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August 2, 1985


The opinion of the court was delivered by: KELLY



 Presently before me is stipulating defendants' *fn1" motion for a preliminary injunction. *fn2" Stipulating defendants seek to enjoin Spartanburg County, South Carolina School District Seven (School District) whose case is listed for trial on August 5, 1985, *fn3" from: introducing any evidence that is relevant solely to plaintiffs' punitive damages claims; arguing the punitive damage claim to the jury; and requesting that the jury be charged on the issue of punitive damages.

 In my Memorandum and Order of September 28, 1984, 104 F.R.D. 422, I certified the class as to punitive damages, under Fed. R. Civ. P. 23(b)(1)(B) which, although allowing a plaintiff class member to opt out of the punitive damage class, I restricted the remedies available to the party who opted out by prohibiting separate litigation of punitive damages. *fn4" 104 F.R.D. at 438. The essence of my ruling was fairness to the defendants as well as to the plaintiffs.

 The purpose of punitive damages claims "are not compensation for injury. Instead, they are private fines levied by civil juries to punish reprehensible conduct and to deter its future occurrence." Gertz v. Robert Welch, Inc., 418 U.S. 323, 350, 41 L. Ed. 2d 789, 94 S. Ct. 2997 (1974); International Brotherhood of Electrical Workers v. Foust, 442 U.S. 42, 48, 60 L. Ed. 2d 698, 99 S. Ct. 2121 (1979). Plaintiff School District has contended that South Carolina law would apply to the products liability suit which was brought in the District Court of South Carolina because of the various contacts plaintiff has with the state. I do not rule on this matter, but for the instant matter I will assume that South Carolina law applies. Plaintiff School District argues in its brief in opposition to the instant motion that South Carolina law is distinguishable from the general premise of punitive damages. Plaintiff suggests that punitive damages under South Carolina law are compensatory in nature, in that it compensates for a right of a party which is taken away. Plaintiff cites, inter alia, Oliver v. Columbia, N. & L. R. Co., 65 S.C. 1, 43 S.E. 307 (S.C. 1902) to support its position. I do not agree with plaintiff's argument. The Supreme Court of South Carolina in Oliver overruled exceptions to the trial court's charge to the jury concerning punitive damages. Id. at 320-323. The portion of the jury charge which was the focus of the exception stated:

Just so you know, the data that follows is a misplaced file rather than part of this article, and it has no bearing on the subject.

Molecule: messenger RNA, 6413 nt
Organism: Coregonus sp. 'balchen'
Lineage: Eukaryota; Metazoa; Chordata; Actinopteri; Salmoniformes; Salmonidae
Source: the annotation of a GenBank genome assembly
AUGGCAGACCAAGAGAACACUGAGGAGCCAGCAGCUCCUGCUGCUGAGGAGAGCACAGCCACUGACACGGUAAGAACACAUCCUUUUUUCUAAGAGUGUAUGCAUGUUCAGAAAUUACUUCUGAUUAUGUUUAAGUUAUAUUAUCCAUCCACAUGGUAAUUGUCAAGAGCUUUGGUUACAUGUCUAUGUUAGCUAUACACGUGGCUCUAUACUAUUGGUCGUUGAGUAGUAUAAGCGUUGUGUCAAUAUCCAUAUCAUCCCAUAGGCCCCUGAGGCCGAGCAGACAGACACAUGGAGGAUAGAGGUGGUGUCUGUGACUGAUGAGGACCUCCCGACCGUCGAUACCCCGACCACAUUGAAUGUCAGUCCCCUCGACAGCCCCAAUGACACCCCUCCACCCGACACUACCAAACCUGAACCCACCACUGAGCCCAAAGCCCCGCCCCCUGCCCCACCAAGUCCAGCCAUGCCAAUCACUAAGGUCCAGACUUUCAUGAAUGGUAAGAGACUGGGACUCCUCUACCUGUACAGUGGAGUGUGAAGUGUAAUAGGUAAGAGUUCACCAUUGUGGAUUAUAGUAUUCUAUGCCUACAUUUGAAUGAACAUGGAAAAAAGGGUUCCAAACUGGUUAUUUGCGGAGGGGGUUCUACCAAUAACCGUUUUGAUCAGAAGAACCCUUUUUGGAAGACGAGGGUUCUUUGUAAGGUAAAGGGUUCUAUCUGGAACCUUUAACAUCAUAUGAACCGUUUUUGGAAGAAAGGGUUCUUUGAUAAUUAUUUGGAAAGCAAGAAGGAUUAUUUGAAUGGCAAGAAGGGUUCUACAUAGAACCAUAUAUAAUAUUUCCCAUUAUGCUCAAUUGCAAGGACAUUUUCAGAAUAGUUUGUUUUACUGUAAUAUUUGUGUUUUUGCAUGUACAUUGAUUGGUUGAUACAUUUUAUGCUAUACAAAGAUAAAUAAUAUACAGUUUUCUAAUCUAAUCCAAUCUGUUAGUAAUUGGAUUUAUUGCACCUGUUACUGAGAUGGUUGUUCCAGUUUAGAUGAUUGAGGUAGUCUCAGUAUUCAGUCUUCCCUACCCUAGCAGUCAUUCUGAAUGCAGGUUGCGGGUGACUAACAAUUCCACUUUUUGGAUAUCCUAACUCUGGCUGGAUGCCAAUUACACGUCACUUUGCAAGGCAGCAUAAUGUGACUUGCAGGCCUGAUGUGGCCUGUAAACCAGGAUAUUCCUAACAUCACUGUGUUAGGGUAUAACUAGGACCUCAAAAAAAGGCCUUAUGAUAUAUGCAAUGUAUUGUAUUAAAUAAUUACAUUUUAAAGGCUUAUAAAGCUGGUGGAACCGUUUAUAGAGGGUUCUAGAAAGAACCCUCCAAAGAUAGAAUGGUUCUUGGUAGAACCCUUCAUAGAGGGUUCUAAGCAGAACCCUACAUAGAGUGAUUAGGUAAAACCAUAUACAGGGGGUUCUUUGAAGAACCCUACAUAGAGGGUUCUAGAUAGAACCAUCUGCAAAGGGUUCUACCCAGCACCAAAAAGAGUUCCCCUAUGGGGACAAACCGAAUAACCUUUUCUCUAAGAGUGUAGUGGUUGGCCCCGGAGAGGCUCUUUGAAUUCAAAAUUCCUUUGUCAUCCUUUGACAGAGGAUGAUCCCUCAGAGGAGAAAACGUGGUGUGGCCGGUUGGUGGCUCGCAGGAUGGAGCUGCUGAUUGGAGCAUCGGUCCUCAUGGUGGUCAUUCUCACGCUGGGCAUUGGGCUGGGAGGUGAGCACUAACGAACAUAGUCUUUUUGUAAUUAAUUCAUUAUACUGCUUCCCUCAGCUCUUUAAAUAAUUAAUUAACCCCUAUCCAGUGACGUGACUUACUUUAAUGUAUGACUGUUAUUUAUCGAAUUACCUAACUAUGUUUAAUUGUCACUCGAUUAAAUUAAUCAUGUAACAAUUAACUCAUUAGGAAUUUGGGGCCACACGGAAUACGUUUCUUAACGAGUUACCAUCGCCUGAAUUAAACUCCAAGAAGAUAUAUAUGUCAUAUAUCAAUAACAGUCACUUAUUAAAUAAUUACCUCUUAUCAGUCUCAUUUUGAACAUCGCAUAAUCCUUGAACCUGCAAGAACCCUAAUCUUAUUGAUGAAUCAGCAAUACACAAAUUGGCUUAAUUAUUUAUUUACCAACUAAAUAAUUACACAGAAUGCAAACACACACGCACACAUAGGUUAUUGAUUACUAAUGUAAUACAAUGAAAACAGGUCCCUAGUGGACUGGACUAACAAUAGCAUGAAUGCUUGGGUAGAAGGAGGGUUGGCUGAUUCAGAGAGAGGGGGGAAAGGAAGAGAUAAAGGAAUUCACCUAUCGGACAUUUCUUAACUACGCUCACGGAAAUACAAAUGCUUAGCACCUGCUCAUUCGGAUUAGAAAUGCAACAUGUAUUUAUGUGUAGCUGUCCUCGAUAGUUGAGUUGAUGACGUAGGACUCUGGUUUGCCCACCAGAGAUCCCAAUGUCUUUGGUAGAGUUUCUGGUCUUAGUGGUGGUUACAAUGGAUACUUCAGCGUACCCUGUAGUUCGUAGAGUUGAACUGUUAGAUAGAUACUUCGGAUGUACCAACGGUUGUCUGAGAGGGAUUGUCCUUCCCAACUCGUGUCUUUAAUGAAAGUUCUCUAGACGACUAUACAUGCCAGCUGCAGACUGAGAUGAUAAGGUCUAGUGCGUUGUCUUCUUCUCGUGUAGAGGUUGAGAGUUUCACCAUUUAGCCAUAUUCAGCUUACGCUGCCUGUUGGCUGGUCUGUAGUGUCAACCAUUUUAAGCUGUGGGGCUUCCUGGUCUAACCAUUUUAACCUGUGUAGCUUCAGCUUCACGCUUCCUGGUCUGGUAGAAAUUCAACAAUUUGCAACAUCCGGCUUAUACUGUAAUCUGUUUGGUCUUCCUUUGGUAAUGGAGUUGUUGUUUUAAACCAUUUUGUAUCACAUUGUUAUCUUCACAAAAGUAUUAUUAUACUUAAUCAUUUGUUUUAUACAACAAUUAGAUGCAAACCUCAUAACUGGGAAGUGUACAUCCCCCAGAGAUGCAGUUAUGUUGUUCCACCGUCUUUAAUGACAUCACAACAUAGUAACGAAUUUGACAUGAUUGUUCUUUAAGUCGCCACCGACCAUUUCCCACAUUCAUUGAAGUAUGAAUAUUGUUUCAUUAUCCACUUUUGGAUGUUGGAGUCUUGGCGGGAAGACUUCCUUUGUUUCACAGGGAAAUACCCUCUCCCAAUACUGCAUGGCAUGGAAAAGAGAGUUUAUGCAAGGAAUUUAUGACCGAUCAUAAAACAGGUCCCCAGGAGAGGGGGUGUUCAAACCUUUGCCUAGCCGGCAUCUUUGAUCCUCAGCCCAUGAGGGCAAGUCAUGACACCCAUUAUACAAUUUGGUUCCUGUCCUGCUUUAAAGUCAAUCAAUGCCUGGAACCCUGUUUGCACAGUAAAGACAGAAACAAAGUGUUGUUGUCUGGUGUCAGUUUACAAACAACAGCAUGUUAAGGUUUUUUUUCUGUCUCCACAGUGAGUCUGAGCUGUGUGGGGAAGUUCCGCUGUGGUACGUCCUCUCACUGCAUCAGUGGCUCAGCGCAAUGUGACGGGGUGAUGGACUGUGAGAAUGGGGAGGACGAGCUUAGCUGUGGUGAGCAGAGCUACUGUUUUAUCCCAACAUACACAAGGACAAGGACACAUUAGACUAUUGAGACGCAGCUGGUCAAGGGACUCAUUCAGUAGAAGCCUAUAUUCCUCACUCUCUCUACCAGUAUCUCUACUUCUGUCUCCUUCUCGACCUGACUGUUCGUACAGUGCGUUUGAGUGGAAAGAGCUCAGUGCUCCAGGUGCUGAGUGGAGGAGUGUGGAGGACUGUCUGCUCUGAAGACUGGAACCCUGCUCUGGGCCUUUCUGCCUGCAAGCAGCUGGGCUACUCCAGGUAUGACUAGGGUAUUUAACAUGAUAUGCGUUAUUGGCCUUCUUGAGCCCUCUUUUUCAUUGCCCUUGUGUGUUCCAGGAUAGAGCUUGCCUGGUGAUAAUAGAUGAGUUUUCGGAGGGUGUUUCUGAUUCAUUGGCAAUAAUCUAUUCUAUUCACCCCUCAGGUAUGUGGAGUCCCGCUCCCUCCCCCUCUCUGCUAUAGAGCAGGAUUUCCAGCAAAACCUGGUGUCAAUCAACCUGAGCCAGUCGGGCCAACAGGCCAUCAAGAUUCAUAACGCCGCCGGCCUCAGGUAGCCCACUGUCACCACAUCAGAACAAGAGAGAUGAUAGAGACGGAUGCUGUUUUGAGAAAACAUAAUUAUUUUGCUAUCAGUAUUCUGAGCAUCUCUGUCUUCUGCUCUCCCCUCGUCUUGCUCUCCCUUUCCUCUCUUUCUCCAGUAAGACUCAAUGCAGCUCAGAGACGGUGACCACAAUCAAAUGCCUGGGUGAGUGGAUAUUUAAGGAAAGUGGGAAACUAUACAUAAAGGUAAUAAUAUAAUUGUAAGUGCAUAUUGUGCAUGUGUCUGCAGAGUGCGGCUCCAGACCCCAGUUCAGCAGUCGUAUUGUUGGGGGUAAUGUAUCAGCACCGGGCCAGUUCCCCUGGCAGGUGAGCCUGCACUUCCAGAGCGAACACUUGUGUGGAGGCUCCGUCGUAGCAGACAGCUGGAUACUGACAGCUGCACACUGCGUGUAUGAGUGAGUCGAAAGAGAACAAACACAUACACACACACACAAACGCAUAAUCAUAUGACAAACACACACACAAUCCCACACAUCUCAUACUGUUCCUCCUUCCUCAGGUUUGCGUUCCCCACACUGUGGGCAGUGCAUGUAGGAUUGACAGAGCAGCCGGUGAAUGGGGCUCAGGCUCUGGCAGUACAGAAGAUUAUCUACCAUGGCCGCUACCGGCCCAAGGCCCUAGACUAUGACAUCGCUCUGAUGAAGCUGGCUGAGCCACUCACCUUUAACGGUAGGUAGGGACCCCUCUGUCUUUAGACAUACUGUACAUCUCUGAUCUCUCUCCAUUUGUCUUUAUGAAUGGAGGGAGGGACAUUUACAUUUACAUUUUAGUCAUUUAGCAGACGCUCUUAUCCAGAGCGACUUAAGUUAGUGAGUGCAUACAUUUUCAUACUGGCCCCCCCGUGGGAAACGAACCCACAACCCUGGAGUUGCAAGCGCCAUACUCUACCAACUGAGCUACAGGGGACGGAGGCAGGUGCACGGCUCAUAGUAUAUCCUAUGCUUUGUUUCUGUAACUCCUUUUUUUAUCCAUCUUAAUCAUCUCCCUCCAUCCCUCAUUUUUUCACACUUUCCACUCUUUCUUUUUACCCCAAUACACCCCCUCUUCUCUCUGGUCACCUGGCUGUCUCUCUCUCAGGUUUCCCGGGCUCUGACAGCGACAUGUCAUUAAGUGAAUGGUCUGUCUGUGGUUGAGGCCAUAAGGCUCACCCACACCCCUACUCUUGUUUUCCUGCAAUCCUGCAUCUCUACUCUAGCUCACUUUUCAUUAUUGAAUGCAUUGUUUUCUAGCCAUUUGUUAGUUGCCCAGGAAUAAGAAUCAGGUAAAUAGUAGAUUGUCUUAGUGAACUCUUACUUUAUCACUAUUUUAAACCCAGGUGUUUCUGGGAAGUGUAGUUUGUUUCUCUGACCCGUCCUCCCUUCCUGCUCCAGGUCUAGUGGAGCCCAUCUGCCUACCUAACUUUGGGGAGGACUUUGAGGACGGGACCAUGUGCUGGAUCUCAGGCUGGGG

The second kind of damages, called 'punitive damages ', are sometimes spoken of as 'vindictive damages ' and 'exemplary damages. ' Indeed, they are sometimes referred to as 'smart money ' and 'blood money. ' They are called 'punitive damages ' because of the theory that such damages will act as a sort of punishment of the defendant for such wrongdoing; not only as a punishment for past wrongdoing, but to deter the defendant and others in similar business from repeating such wrongdoing in the future. Such damages are allowed in law, and they operate almost like fines in the criminal court. They are allowed not so much to compensate the plaintiff or to enrich the plaintiff, but for the public good, to punish the defendant.


* * * *


Therefore, gentlemen, if in this case it is established to your satisfaction, by the preponderance of the evidence, then your verdict would be a sum of money representing not only actual injury sustained, or compensation for this injury, but also an additional amount, as I have said before, to punish the defendant, to make an example, so as to keep the defendant and others in the same kind of business from such wrongdoing, if such be proven.

 Oliver at 320-321.

 The Supreme Court of South Carolina in Oliver commented on the jury charge, indeed upholding it: